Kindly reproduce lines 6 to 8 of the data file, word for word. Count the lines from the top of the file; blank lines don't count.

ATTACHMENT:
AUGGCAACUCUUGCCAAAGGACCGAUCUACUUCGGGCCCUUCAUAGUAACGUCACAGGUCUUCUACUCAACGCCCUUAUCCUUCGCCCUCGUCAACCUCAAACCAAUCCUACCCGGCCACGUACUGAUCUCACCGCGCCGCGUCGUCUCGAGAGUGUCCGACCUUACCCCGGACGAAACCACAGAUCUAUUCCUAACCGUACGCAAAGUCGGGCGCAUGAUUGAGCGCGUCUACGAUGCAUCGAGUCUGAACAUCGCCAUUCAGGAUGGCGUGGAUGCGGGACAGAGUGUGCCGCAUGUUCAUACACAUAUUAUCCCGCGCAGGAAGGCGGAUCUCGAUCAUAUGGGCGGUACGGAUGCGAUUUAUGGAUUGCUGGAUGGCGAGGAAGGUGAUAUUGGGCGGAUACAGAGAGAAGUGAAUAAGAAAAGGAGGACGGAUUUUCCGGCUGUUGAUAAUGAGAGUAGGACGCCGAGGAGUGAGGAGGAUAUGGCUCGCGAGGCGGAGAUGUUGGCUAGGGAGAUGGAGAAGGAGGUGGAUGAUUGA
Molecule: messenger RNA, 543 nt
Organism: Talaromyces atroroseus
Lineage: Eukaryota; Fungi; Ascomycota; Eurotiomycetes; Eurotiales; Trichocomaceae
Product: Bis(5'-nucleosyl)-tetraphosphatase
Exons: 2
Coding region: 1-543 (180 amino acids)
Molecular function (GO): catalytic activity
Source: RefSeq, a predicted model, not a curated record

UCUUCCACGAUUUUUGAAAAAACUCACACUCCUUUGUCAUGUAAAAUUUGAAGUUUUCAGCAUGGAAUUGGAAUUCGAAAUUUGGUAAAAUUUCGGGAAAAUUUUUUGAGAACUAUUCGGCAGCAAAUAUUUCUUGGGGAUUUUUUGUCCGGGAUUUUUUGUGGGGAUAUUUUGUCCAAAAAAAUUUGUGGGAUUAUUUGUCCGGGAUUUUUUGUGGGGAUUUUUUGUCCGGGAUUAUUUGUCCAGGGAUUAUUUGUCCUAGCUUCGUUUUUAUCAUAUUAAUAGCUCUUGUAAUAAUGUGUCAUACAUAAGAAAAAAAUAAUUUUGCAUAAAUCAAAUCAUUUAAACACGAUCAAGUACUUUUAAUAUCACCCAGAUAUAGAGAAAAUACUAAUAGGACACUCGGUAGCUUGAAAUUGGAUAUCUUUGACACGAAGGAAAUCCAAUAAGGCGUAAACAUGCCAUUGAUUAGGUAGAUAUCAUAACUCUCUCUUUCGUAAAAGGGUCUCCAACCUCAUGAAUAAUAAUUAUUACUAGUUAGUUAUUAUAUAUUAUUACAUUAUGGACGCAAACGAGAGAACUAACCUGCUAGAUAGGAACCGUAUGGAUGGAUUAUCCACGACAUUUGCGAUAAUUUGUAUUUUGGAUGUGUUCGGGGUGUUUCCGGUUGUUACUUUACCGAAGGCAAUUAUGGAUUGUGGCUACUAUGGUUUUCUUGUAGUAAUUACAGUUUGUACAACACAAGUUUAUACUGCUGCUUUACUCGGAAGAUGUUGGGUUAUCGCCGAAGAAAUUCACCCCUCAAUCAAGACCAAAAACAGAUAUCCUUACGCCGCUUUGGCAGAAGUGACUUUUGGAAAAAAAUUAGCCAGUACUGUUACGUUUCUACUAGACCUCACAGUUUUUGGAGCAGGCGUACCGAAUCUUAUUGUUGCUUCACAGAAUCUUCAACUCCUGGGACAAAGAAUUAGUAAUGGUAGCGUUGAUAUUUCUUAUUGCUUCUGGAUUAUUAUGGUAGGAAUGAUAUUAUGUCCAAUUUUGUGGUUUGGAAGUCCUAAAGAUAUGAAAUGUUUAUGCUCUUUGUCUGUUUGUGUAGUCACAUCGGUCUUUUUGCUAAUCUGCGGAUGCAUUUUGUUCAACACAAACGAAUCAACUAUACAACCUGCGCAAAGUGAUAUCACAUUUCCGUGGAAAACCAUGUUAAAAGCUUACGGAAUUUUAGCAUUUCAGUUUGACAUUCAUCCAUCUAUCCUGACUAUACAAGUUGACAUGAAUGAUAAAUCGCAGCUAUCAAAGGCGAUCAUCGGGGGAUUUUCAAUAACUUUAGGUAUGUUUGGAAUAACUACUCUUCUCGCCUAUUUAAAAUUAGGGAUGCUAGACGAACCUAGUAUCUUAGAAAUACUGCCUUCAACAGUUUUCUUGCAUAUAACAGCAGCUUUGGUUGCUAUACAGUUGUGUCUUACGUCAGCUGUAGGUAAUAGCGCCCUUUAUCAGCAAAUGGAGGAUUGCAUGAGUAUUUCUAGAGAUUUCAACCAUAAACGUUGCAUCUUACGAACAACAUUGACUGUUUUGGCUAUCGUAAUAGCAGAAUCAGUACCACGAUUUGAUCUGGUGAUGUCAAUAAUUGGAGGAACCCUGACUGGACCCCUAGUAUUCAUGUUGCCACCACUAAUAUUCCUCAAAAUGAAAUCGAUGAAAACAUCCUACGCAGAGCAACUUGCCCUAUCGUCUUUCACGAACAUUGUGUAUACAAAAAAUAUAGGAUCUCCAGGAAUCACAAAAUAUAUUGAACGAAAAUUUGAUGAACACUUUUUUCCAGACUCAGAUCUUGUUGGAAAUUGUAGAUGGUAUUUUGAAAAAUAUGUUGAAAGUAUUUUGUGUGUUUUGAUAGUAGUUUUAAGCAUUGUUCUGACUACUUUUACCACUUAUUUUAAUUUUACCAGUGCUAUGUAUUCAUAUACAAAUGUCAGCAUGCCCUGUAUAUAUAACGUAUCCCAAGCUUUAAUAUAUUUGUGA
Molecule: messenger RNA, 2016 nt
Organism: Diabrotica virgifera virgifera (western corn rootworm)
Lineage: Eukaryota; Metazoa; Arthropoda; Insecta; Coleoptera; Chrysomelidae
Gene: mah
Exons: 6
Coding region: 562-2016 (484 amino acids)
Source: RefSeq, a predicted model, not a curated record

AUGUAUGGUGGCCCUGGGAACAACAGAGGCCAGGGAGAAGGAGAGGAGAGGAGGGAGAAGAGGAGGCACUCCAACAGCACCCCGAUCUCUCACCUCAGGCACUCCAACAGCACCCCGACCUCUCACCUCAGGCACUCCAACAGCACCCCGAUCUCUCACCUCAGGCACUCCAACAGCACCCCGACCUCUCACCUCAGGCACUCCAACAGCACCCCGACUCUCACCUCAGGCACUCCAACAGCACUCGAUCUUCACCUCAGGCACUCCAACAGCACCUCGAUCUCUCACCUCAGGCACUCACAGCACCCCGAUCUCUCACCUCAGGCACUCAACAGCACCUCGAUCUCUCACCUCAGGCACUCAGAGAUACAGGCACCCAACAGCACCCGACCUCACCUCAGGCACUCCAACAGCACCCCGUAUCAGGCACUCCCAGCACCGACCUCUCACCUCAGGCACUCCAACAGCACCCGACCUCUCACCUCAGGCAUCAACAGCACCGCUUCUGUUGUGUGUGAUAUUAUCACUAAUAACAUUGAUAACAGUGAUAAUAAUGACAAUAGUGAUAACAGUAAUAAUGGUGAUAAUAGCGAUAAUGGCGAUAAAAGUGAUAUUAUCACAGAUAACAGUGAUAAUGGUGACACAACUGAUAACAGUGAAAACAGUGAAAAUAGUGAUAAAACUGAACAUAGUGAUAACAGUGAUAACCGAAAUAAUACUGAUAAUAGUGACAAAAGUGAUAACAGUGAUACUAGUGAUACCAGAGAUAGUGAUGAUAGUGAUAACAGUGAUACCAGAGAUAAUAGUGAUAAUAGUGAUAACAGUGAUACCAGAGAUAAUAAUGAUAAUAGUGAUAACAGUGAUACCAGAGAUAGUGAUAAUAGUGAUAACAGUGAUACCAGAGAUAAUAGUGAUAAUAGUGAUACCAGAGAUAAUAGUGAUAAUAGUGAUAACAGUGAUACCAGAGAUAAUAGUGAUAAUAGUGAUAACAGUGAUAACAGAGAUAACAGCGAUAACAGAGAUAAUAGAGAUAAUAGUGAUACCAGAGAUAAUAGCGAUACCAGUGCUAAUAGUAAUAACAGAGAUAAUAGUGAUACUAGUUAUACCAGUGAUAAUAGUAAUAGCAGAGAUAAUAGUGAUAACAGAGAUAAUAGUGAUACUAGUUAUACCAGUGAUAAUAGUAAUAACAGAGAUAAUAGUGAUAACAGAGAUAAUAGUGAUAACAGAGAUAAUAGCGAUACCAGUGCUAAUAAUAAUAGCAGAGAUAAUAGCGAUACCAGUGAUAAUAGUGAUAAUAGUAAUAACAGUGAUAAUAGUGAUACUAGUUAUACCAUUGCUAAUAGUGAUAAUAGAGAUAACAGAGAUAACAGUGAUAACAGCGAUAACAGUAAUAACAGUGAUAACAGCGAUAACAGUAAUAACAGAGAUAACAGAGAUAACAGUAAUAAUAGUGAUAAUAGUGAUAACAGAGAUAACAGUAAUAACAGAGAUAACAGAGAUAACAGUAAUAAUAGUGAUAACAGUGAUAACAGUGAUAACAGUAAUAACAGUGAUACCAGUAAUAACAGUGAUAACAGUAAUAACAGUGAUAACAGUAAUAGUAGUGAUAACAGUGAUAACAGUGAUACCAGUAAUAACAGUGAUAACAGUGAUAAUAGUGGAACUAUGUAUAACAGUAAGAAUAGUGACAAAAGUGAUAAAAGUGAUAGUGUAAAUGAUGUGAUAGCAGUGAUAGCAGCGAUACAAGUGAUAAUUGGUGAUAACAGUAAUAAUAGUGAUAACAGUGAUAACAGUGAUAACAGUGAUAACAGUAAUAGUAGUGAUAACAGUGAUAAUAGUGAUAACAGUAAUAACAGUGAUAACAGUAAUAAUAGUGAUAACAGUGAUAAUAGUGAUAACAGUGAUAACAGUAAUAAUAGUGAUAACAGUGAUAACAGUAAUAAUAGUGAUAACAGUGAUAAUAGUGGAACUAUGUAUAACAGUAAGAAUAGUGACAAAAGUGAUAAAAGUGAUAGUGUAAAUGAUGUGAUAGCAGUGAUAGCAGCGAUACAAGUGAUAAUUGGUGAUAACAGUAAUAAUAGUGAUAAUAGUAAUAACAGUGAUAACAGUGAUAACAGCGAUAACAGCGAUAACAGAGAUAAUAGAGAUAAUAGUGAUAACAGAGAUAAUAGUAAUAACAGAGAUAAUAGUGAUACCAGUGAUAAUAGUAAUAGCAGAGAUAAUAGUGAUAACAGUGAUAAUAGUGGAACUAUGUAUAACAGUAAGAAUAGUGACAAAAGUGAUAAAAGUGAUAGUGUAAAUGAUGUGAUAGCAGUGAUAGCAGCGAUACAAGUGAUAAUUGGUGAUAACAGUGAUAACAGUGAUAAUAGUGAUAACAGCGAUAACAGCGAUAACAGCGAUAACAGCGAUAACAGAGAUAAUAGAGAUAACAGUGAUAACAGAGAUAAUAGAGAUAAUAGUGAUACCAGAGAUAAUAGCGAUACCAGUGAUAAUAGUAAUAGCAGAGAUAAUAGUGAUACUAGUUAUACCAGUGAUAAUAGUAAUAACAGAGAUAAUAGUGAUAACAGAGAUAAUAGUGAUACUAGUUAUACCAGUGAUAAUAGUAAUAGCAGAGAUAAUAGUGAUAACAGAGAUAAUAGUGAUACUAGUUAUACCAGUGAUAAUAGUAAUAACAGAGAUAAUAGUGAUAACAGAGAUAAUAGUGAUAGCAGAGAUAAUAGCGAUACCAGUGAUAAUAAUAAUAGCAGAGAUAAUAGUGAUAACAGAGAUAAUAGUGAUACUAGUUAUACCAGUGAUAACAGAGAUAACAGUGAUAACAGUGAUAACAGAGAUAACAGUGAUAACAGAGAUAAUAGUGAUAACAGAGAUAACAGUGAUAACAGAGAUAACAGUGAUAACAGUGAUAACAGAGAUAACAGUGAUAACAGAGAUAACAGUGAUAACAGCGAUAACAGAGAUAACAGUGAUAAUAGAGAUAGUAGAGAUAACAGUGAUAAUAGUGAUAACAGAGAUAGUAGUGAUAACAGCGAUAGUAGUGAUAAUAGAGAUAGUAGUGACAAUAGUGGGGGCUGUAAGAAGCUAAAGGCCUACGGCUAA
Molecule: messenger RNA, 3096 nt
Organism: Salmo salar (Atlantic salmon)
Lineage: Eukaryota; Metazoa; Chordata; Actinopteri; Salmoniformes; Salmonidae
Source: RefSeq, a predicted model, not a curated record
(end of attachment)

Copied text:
Exons: 2
Coding region: 1-543 (180 amino acids)
Molecular function (GO): catalytic activity